Note from the Editor:
When I first set up this Blog, I had the Music and Entertainment industries in mind. After a short while, I received what I considered a sort of "beta" feedback; not super-popular, but with more of a "community response" feel to it. I want it to be more popular, of course, but I am realistic, and I know these things take time. I don't expect a huge change, but just wanted anyone who reads this to understand that as time goes on, things seem to be growing "organically".
Not only do I have what I consider a decent, musically inclined knowledge base, but have acquired military experience as well. After being in the Army for some years, I have made -and lost- many friends. Those surviving are still serving. I have the privelage of being in contact with old Army friends currently serving over-seas. With their permission, over the next few months or so, (or until they get tired of e-mailing me), I will be posting a series of e-mails I have been receiving from said friends. I hope these entries will help to enlighten American civilians of some of the things that take place in a war setting that we may have no idea even exist. The personal experiences our soldiers encounter are often overshadowed by the negative aspects of battle. (Not to mention American media.) These e-mails highlight the somewhat positive and more light-hearted routines our soldiers endure on a day-to-day basis, while also showing some of the injustices and mistreatment given to them by the very Government they are representing. No matter what your opinion is about the happenings and politics in the Middle-East, these stories should shed some light on things we wouldn't normally get insight to. The following post is one such e-mail. I hope you enjoy. And please... never forget, that even though war is hell, we have angels in the form of soldiers fighting to keep us safe.
(The following e-mail was sent to me by my good friend, SFC [Sergeant First Class] Lima. My edits appear in "[ ]" throughout, to explain some of the terminology used. Otherwise, content has NOT been altered.)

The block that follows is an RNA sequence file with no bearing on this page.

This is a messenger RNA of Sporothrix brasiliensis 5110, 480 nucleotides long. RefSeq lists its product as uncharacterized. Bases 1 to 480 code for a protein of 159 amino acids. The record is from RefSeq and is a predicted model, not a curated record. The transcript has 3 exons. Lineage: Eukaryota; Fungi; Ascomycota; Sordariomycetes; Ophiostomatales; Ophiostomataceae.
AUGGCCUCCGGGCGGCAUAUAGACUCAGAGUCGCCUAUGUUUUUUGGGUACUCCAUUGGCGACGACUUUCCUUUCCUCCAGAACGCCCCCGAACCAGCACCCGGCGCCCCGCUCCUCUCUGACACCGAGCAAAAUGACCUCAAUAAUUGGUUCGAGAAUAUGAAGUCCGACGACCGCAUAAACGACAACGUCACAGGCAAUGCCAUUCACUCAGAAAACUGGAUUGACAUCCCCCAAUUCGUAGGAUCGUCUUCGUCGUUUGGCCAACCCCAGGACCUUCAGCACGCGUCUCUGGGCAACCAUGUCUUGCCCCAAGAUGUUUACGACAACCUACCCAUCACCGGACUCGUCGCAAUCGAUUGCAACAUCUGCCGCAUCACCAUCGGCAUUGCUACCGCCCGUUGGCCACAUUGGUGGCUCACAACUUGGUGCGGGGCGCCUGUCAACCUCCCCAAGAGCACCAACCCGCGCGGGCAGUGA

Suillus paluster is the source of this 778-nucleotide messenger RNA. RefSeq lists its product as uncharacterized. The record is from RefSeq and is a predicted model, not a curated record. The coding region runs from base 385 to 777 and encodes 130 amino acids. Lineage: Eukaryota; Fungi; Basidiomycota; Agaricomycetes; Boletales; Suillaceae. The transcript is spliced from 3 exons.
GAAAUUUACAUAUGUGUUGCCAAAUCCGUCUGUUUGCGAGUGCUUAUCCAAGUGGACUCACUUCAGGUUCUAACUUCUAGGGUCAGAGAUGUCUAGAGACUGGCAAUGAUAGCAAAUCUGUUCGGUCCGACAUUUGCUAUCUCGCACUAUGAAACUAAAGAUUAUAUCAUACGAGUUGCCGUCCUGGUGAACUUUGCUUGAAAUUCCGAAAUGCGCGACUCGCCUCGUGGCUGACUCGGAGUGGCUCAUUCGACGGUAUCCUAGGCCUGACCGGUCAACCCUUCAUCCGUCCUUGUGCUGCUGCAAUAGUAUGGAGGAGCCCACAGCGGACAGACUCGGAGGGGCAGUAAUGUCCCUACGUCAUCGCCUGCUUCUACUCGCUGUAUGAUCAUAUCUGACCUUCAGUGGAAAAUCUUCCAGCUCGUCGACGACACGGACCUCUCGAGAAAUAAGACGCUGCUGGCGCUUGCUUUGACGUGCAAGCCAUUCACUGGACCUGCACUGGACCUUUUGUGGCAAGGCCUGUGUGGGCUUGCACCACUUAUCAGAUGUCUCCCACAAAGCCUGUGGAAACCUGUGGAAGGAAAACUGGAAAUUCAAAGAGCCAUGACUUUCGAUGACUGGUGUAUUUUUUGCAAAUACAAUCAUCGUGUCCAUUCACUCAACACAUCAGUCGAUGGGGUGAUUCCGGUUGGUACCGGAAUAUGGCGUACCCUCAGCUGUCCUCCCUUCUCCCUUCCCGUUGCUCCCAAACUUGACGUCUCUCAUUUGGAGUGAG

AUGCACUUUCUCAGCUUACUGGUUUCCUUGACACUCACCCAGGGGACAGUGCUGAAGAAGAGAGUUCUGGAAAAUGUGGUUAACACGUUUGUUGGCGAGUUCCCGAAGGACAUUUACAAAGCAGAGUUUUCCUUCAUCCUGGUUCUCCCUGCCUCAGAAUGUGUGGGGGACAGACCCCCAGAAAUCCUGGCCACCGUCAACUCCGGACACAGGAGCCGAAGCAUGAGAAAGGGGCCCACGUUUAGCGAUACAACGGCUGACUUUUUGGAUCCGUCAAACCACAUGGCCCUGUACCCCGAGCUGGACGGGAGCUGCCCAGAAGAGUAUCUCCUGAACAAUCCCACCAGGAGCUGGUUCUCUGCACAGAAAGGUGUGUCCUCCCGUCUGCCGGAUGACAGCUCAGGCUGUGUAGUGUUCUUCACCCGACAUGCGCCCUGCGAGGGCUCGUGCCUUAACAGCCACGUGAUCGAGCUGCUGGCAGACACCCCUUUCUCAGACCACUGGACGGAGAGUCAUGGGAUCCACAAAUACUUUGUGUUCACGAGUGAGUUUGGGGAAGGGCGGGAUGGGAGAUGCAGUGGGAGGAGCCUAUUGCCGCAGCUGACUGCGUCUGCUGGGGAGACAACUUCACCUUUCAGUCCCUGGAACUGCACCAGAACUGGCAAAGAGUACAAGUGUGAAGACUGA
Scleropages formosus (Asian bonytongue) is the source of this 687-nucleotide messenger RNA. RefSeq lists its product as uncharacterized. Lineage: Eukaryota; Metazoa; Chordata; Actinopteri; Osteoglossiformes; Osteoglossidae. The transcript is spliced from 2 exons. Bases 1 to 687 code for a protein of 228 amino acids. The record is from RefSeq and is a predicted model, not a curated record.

[Received 12 June 2008]
So let me tell you about the worst experience I have had in Iraq so far. And for me to say that is pretty bad, considering I have slept on the desert ground on the Iran border, been shot at, blown up from IEDs [Improvised Exploding Devices], have had mortar rounds land all around me, and have had a severe ankle sprain from playing basketball (had to throw that one in) during my 3 deployments to Iraq.
So I will take you back about a week. Currently we are transitioning from Camp Liberty (a suburb of the Baghdad International Airport- BIAP) to a smaller more operational camp called JSS [Joint Security Station] ADL. JSS ADL at some point was a 4-story mall (ADL MALL) with many store fronts in the heart of Baghdad. We are moving out to get a better feel for our area of operations and be more involved with the Iraqi Security Force (ISF). All this means to the average soldier is that we are leaving a nice and comfortable base with hot showers to live in a hot but safe building without the commodities of a nice long shower, good DFAC [Dining Facilities], and PX (shop). Oh well, we have to do what we are told. So I have been focusing all my attention on how to move my soldiers and their work out there without shutting down operations. It is easier than it sounds.
While I was in the middle of completing my two day mission, my jaw starts to ache. To be more exact, my upper right (#4) tooth starts killing me. It's one of those pains where it doesn’t hurt while you are doing something like moving furniture or running, but kills the second you decide to lay down or attempt to relax. So here I am suffering through the pain because well, there is a mission that has to get accomplished, and it is my job to see it finished. We finally get back to Camp Liberty and I head straight to the dental clinic.